AT THE OLD BALLGAME – RICH PASCHALL

Harold takes a road trip, Rich Paschall, Sunday Night Blog


Friday was “Fun Day,” or at least that is the way Harold saw it.  It was a day given over to sports.  Harold read all the sports he could in the morning paper.  Watched some on television.  He even made time for high school or college games in the area.  In the late spring and early summer, there was minor league baseball to be seen.  Every Friday could have an appropriate sports theme.

On one particularly nice Friday in the baseball season, Harold decided to drive all the way to St. Petersburg to catch a major league baseball game.  It’s not that the Tampa Bay Rays, who did not play in Tampa, were an exciting team, but the visiting team was making a rare appearance.  Actually, it was Harold’s favorite Midwest team.  The Chicago Cubs and the Rays were having an interleague game and Harold thought that was just about the only reason to drive over an hour to get to a baseball game.

The details of this road trip were laid out in Harold’s computer-like mind the night before.  He knew exactly what to take, when to leave and how long to stay at the park.  It would be a treat to see the park, as Harold had absolutely no reason to make the trip before this.  It would be years before the Cubs would come that way again, so they certainly had to be on Harold’s schedule as well as the Rays’.

St. Petersburg, Florida

St. Petersburg, Florida

Neither team was very good that year.  In fact the Cubs were in last place and the Rays were not in the running for anything.  The Chicago organization called it a “rebuilding” year, but most years were rebuilding years for the Cubs. It had been that way since 1908.  Still, Harold had an inexplicable affection for the team, so he decided to take the trip. When the appointed hour came, according to his expert calculations, he was off.

He arrived at the parking facility more or less on time and spied the ticket office right away.  There were not a lot of cars as the team needed a winning season to fill the lot, so Harold got a spot close to the ticket windows.  He put up the sun shield in the front window and then added another for the back. It didn’t matter. The car would be hot when he returned, sun shield or not.  With plenty of time before game time, Harold took a leisurely stroll to purchase his tickets.  He only had to wait behind one person when he heard someone call out.

“Harold?  Harold, is that you?”  It was George, a former colleague from work and his wife Martha.  Whenever he heard their names together it reminded him of a movie or show, but he could not remember which one.

George, like many Cub fans, would travel almost anywhere to see the boys in blue play.  Older Cub fans with time on their hands frequently made vacation plans to include a Cubs’ road game.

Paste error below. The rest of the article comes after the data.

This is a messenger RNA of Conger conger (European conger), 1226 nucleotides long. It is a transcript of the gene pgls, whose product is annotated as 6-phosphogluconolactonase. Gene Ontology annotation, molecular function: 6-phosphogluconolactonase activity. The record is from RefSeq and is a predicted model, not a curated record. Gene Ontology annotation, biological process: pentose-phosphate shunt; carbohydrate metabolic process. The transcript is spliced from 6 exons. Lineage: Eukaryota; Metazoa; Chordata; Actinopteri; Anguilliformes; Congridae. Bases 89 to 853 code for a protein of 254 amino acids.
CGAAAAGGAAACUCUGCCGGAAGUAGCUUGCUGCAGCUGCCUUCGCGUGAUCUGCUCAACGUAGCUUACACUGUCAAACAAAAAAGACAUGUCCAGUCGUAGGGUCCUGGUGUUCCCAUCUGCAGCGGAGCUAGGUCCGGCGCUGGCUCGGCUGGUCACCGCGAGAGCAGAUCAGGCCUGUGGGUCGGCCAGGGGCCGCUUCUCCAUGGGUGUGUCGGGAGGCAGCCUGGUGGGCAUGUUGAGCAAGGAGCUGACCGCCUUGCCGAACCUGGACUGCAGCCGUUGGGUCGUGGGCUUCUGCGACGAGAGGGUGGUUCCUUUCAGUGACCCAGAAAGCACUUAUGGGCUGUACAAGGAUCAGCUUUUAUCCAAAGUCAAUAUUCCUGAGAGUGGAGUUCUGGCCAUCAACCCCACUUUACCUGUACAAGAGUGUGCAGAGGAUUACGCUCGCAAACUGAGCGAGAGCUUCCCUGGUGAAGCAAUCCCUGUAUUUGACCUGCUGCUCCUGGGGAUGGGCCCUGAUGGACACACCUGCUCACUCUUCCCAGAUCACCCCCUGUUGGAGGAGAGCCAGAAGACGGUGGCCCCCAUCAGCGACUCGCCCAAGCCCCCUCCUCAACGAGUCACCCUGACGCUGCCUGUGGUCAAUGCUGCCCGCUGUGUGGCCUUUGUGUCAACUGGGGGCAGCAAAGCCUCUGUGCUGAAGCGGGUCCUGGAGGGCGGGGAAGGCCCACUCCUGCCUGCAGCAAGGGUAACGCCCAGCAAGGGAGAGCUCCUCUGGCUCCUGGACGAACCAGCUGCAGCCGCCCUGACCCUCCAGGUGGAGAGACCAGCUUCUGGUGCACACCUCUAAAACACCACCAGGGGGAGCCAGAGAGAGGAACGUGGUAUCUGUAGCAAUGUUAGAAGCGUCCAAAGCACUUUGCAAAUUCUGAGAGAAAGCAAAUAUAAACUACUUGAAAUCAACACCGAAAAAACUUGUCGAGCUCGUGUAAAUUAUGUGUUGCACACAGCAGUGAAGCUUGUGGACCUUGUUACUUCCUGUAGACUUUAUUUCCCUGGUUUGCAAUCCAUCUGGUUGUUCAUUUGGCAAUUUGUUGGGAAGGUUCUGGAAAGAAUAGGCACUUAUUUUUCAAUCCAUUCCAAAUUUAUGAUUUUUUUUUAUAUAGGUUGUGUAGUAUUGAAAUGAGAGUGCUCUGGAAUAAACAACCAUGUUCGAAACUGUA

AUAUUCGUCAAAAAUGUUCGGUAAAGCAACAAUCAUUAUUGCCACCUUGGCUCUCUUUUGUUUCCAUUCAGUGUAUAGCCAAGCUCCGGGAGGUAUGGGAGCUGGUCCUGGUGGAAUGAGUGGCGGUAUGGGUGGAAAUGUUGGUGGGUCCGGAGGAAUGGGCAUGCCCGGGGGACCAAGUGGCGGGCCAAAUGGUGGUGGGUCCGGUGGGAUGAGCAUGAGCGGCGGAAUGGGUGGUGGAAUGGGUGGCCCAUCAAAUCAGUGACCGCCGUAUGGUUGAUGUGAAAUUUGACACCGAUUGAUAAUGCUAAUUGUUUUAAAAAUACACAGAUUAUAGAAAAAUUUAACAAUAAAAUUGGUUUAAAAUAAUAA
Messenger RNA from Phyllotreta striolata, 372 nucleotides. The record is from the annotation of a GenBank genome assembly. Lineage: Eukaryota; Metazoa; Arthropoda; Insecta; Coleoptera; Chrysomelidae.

“Hello, George, Martha,” Harold said, not at all certain he was glad to see them.  “What brings you down here this time of year?  People normally visit in the winter.”  At that, it was Harold’s turn at the ticket window.

Ballgame seating

Ballgame seating

“I need just one ticket,” Harold declared.  “I don’t want one of those 281 dollar tickets.  I think a 66 dollar ticket is quite enough.”  Actually Harold thought that was too much but he figured it would be a rare treat.  When he collected his ticket, Harold turned around and said to the couple, “Well, it was nice to see you again.”

But when George got to the window, he had other ideas.  He said to the person selling tickets, “Can you get us two tickets right next to that last guy?”

“Sure,” she replied and sold him the next two seats.  Harold would be on the aisle and the couple from the north would be right next to him.

“Hey Harold, wait up,” George shouted and the couple hurried along to catch up with the master planner.  The problem is, George and Martha were not in the plan.  They all went into the park together and Harold and George had to stand around for fifteen minutes while Martha went to the women’s washroom.

When they got to their seats, the National Anthem was being played.  George decided to sit next to Harold for half the game in order to tell him everything that happened since Harold had retired.  Martha took the second half to update George on local gossip, most of it having to do with people Harold could not remember — or possibly never knew.

Harold’s seat on the aisle did not prove to be so ideal, since vendors and fans frequently went by, obstructing his view.  Beer vendors were particularly annoying because when they stopped in front of Harold, they were usually there for too long.

The game moved along slowly. The Cubs fell behind early due to errors and poor relief pitching.  It did not look major league.  At precisely three hours after the start of the game,  the alarm on Harold’s watch went off. He announced to the now somewhat tipsy couple, it was time to go.

“Go?” George shouted in horror.  “It is only the bottom of the eighth.  The Cubs could have a rally.  See, I have my rally cap.”  At that George took off his cap, turned it inside out, and put it back on his head.

“But I have somewhere to go … and the game has run long.”